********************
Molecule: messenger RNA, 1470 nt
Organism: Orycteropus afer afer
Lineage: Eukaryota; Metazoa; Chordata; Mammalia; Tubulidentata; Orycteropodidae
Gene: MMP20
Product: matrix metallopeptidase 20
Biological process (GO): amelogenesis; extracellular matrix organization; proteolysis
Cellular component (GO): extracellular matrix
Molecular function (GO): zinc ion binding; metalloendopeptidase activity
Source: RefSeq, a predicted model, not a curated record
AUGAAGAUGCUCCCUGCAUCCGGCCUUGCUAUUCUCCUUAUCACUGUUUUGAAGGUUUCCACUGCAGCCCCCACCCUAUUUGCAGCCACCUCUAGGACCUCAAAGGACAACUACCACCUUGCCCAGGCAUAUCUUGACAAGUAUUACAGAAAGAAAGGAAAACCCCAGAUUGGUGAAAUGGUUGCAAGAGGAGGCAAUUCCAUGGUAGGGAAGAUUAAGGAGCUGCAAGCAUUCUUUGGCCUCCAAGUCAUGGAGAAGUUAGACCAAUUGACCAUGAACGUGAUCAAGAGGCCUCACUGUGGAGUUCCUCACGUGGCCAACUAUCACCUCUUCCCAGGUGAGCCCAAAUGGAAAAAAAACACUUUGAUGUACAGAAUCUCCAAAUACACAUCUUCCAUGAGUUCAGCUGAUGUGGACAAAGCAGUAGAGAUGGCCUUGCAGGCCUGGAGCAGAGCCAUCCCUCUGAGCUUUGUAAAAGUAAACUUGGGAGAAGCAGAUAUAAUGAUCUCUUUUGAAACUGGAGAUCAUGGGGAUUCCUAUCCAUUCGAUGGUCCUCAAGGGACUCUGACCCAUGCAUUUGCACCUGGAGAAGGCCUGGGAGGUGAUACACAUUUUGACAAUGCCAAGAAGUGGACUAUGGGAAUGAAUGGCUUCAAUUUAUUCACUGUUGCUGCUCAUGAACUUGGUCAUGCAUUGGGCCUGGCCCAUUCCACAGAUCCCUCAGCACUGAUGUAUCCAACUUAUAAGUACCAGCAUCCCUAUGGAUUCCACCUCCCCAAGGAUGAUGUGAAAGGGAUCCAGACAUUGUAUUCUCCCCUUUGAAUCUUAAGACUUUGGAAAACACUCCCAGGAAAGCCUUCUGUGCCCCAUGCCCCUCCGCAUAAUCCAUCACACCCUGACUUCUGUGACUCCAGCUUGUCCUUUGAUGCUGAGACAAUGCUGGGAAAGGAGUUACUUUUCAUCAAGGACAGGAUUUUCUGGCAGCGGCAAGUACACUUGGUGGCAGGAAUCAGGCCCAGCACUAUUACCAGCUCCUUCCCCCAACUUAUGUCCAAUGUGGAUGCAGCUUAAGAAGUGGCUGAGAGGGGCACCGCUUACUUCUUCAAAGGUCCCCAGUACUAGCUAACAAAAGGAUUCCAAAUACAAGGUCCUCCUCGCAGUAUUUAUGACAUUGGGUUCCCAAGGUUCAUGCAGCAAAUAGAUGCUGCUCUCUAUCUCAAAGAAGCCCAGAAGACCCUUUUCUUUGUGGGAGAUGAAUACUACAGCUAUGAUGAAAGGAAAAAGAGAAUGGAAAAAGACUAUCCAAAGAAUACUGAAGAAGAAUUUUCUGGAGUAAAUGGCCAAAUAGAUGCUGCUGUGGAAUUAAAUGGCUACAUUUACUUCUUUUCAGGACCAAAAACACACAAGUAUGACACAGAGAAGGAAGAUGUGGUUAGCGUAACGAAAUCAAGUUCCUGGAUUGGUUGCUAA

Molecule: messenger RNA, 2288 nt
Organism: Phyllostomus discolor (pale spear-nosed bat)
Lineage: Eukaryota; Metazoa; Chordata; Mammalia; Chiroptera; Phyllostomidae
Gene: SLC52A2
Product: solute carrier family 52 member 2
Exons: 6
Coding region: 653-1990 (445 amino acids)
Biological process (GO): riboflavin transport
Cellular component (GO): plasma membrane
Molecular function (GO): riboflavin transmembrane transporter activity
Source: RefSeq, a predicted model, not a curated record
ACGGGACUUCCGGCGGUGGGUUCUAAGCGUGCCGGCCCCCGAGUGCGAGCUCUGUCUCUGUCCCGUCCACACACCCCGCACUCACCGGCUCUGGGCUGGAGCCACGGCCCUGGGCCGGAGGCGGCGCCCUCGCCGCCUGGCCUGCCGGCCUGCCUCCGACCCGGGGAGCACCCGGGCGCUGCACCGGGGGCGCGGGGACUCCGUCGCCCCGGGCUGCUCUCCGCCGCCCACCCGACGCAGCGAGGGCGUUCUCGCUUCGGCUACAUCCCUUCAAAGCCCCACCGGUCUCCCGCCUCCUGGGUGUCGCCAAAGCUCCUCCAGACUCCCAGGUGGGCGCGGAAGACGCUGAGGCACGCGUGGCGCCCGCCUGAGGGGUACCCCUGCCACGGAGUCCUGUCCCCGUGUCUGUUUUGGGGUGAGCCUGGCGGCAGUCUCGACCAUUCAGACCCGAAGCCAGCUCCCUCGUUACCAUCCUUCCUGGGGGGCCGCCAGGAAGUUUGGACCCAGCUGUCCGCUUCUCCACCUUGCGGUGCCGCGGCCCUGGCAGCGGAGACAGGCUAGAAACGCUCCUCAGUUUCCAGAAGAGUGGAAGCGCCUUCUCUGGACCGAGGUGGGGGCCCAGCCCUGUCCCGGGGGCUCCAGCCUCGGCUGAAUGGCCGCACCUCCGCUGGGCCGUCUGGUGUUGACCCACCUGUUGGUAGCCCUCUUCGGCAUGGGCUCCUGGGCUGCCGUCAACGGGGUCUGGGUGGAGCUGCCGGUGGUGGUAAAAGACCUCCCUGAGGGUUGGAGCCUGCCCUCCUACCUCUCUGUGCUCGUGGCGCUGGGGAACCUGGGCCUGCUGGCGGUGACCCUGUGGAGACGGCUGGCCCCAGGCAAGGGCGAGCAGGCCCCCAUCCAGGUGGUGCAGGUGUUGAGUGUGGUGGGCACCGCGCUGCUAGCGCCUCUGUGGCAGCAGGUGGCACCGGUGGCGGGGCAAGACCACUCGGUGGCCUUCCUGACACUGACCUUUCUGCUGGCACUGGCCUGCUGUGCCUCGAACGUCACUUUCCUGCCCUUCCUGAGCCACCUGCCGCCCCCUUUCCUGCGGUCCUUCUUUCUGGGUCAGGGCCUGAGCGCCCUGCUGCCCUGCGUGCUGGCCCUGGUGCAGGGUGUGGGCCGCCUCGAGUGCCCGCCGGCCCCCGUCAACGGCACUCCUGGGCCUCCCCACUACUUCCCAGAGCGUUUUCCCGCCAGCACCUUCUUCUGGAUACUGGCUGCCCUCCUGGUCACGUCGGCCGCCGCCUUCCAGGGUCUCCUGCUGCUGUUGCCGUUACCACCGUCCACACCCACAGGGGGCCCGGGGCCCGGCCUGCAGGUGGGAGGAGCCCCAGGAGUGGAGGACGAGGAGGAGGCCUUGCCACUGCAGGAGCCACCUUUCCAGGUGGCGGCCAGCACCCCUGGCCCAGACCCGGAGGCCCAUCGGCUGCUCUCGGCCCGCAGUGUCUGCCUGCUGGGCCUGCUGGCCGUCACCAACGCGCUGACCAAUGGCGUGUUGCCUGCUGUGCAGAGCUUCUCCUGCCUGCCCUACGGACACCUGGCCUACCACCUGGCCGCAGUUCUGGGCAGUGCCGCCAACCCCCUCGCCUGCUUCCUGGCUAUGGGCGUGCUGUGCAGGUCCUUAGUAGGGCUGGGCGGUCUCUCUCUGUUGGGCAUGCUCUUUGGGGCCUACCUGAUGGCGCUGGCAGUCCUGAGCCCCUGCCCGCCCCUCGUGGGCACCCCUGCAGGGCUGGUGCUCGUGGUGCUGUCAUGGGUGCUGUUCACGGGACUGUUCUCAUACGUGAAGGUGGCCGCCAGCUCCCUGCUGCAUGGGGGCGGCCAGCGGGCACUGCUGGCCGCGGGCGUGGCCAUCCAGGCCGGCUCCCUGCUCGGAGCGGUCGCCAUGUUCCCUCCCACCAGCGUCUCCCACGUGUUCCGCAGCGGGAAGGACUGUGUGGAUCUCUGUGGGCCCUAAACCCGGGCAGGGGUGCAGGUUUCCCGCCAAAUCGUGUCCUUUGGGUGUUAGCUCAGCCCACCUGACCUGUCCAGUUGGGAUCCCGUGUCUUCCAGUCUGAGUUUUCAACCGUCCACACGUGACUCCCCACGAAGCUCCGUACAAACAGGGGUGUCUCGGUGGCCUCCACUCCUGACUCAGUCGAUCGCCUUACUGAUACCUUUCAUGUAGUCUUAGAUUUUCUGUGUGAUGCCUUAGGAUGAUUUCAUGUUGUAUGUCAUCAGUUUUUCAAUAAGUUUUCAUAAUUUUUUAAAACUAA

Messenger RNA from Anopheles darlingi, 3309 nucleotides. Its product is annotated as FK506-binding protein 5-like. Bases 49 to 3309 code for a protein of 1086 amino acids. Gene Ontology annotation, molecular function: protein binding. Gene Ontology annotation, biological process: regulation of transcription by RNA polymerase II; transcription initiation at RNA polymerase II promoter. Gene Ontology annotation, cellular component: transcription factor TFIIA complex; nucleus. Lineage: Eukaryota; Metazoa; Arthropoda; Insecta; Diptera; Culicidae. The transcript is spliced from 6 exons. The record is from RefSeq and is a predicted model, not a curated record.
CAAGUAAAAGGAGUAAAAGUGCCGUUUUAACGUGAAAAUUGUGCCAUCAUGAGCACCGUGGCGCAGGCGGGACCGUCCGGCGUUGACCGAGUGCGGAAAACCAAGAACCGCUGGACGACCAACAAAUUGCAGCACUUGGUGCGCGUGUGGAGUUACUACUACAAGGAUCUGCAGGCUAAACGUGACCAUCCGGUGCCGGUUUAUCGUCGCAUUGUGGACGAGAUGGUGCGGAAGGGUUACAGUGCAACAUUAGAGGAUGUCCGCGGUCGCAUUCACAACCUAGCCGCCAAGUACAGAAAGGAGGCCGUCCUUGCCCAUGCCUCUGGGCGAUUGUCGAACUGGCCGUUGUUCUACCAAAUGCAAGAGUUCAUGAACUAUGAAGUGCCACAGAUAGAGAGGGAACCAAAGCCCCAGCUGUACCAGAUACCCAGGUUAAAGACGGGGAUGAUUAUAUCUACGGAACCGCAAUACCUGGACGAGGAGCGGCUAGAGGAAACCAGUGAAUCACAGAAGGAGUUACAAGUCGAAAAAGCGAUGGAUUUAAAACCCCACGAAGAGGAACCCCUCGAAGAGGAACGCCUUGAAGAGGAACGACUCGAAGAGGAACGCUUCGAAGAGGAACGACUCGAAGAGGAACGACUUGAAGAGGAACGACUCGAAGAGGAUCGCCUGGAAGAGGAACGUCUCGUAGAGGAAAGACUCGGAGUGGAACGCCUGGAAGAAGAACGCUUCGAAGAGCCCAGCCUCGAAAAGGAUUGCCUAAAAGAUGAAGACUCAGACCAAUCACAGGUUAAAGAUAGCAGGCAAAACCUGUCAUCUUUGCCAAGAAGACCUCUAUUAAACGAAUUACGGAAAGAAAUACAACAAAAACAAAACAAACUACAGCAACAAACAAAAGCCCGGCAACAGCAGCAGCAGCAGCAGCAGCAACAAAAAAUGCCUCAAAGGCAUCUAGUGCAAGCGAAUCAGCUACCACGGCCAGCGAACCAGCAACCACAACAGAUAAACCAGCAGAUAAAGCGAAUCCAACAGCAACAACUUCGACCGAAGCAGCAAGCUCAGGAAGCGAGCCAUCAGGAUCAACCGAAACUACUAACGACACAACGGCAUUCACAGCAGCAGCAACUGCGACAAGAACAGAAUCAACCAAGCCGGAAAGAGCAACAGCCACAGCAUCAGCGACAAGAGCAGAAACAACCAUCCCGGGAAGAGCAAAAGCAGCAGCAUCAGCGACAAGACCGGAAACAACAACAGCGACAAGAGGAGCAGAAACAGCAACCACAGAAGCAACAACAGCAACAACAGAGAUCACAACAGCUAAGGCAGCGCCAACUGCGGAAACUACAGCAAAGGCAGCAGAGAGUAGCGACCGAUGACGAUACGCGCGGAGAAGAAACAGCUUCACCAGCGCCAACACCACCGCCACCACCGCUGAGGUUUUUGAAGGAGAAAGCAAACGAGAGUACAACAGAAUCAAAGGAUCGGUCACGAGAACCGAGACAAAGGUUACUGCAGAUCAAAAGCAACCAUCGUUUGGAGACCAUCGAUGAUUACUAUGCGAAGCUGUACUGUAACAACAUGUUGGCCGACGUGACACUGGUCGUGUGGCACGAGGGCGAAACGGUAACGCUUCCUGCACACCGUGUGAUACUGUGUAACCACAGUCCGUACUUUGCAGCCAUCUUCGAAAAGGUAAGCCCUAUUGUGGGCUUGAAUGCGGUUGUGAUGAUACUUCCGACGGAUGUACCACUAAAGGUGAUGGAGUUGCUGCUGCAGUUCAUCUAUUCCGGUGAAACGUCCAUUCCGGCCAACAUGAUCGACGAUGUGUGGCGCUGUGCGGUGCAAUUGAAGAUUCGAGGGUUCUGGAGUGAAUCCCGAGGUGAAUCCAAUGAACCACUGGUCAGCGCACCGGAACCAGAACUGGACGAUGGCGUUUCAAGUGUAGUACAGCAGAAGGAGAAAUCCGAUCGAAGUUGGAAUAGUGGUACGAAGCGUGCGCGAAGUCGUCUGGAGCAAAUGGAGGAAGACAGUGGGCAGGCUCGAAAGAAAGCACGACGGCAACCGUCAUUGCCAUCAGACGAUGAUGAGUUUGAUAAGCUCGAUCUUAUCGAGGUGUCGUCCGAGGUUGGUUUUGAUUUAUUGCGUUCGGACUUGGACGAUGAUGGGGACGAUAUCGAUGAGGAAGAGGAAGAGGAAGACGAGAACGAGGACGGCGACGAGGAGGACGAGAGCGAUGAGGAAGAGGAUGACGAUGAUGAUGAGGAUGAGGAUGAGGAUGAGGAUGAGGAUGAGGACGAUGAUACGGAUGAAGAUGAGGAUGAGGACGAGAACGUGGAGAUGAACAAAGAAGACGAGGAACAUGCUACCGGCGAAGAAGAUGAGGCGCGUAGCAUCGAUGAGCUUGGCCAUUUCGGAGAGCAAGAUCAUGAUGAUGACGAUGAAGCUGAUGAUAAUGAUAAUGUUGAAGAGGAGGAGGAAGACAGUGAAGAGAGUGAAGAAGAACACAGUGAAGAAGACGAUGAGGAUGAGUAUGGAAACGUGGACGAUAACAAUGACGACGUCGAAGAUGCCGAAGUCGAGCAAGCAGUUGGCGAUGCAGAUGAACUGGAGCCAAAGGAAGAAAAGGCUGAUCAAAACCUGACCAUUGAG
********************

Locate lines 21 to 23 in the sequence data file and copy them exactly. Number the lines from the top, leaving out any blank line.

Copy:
Source: RefSeq, a predicted model, not a curated record
ACGGGACUUCCGGCGGUGGGUUCUAAGCGUGCCGGCCCCCGAGUGCGAGCUCUGUCUCUGUCCCGUCCACACACCCCGCACUCACCGGCUCUGGGCUGGAGCCACGGCCCUGGGCCGGAGGCGGCGCCCUCGCCGCCUGGCCUGCCGGCCUGCCUCCGACCCGGGGAGCACCCGGGCGCUGCACCGGGGGCGCGGGGACUCCGUCGCCCCGGGCUGCUCUCCGCCGCCCACCCGACGCAGCGAGGGCGUUCUCGCUUCGGCUACAUCCCUUCAAAGCCCCACCGGUCUCCCGCCUCCUGGGUGUCGCCAAAGCUCCUCCAGACUCCCAGGUGGGCGCGGAAGACGCUGAGGCACGCGUGGCGCCCGCCUGAGGGGUACCCCUGCCACGGAGUCCUGUCCCCGUGUCUGUUUUGGGGUGAGCCUGGCGGCAGUCUCGACCAUUCAGACCCGAAGCCAGCUCCCUCGUUACCAUCCUUCCUGGGGGGCCGCCAGGAAGUUUGGACCCAGCUGUCCGCUUCUCCACCUUGCGGUGCCGCGGCCCUGGCAGCGGAGACAGGCUAGAAACGCUCCUCAGUUUCCAGAAGAGUGGAAGCGCCUUCUCUGGACCGAGGUGGGGGCCCAGCCCUGUCCCGGGGGCUCCAGCCUCGGCUGAAUGGCCGCACCUCCGCUGGGCCGUCUGGUGUUGACCCACCUGUUGGUAGCCCUCUUCGGCAUGGGCUCCUGGGCUGCCGUCAACGGGGUCUGGGUGGAGCUGCCGGUGGUGGUAAAAGACCUCCCUGAGGGUUGGAGCCUGCCCUCCUACCUCUCUGUGCUCGUGGCGCUGGGGAACCUGGGCCUGCUGGCGGUGACCCUGUGGAGACGGCUGGCCCCAGGCAAGGGCGAGCAGGCCCCCAUCCAGGUGGUGCAGGUGUUGAGUGUGGUGGGCACCGCGCUGCUAGCGCCUCUGUGGCAGCAGGUGGCACCGGUGGCGGGGCAAGACCACUCGGUGGCCUUCCUGACACUGACCUUUCUGCUGGCACUGGCCUGCUGUGCCUCGAACGUCACUUUCCUGCCCUUCCUGAGCCACCUGCCGCCCCCUUUCCUGCGGUCCUUCUUUCUGGGUCAGGGCCUGAGCGCCCUGCUGCCCUGCGUGCUGGCCCUGGUGCAGGGUGUGGGCCGCCUCGAGUGCCCGCCGGCCCCCGUCAACGGCACUCCUGGGCCUCCCCACUACUUCCCAGAGCGUUUUCCCGCCAGCACCUUCUUCUGGAUACUGGCUGCCCUCCUGGUCACGUCGGCCGCCGCCUUCCAGGGUCUCCUGCUGCUGUUGCCGUUACCACCGUCCACACCCACAGGGGGCCCGGGGCCCGGCCUGCAGGUGGGAGGAGCCCCAGGAGUGGAGGACGAGGAGGAGGCCUUGCCACUGCAGGAGCCACCUUUCCAGGUGGCGGCCAGCACCCCUGGCCCAGACCCGGAGGCCCAUCGGCUGCUCUCGGCCCGCAGUGUCUGCCUGCUGGGCCUGCUGGCCGUCACCAACGCGCUGACCAAUGGCGUGUUGCCUGCUGUGCAGAGCUUCUCCUGCCUGCCCUACGGACACCUGGCCUACCACCUGGCCGCAGUUCUGGGCAGUGCCGCCAACCCCCUCGCCUGCUUCCUGGCUAUGGGCGUGCUGUGCAGGUCCUUAGUAGGGCUGGGCGGUCUCUCUCUGUUGGGCAUGCUCUUUGGGGCCUACCUGAUGGCGCUGGCAGUCCUGAGCCCCUGCCCGCCCCUCGUGGGCACCCCUGCAGGGCUGGUGCUCGUGGUGCUGUCAUGGGUGCUGUUCACGGGACUGUUCUCAUACGUGAAGGUGGCCGCCAGCUCCCUGCUGCAUGGGGGCGGCCAGCGGGCACUGCUGGCCGCGGGCGUGGCCAUCCAGGCCGGCUCCCUGCUCGGAGCGGUCGCCAUGUUCCCUCCCACCAGCGUCUCCCACGUGUUCCGCAGCGGGAAGGACUGUGUGGAUCUCUGUGGGCCCUAAACCCGGGCAGGGGUGCAGGUUUCCCGCCAAAUCGUGUCCUUUGGGUGUUAGCUCAGCCCACCUGACCUGUCCAGUUGGGAUCCCGUGUCUUCCAGUCUGAGUUUUCAACCGUCCACACGUGACUCCCCACGAAGCUCCGUACAAACAGGGGUGUCUCGGUGGCCUCCACUCCUGACUCAGUCGAUCGCCUUACUGAUACCUUUCAUGUAGUCUUAGAUUUUCUGUGUGAUGCCUUAGGAUGAUUUCAUGUUGUAUGUCAUCAGUUUUUCAAUAAGUUUUCAUAAUUUUUUAAAACUAA

Messenger RNA from Anopheles darlingi, 3309 nucleotides. Its product is annotated as FK506-binding protein 5-like. Bases 49 to 3309 code for a protein of 1086 amino acids. Gene Ontology annotation, molecular function: protein binding. Gene Ontology annotation, biological process: regulation of transcription by RNA polymerase II; transcription initiation at RNA polymerase II promoter. Gene Ontology annotation, cellular component: transcription factor TFIIA complex; nucleus. Lineage: Eukaryota; Metazoa; Arthropoda; Insecta; Diptera; Culicidae. The transcript is spliced from 6 exons. The record is from RefSeq and is a predicted model, not a curated record.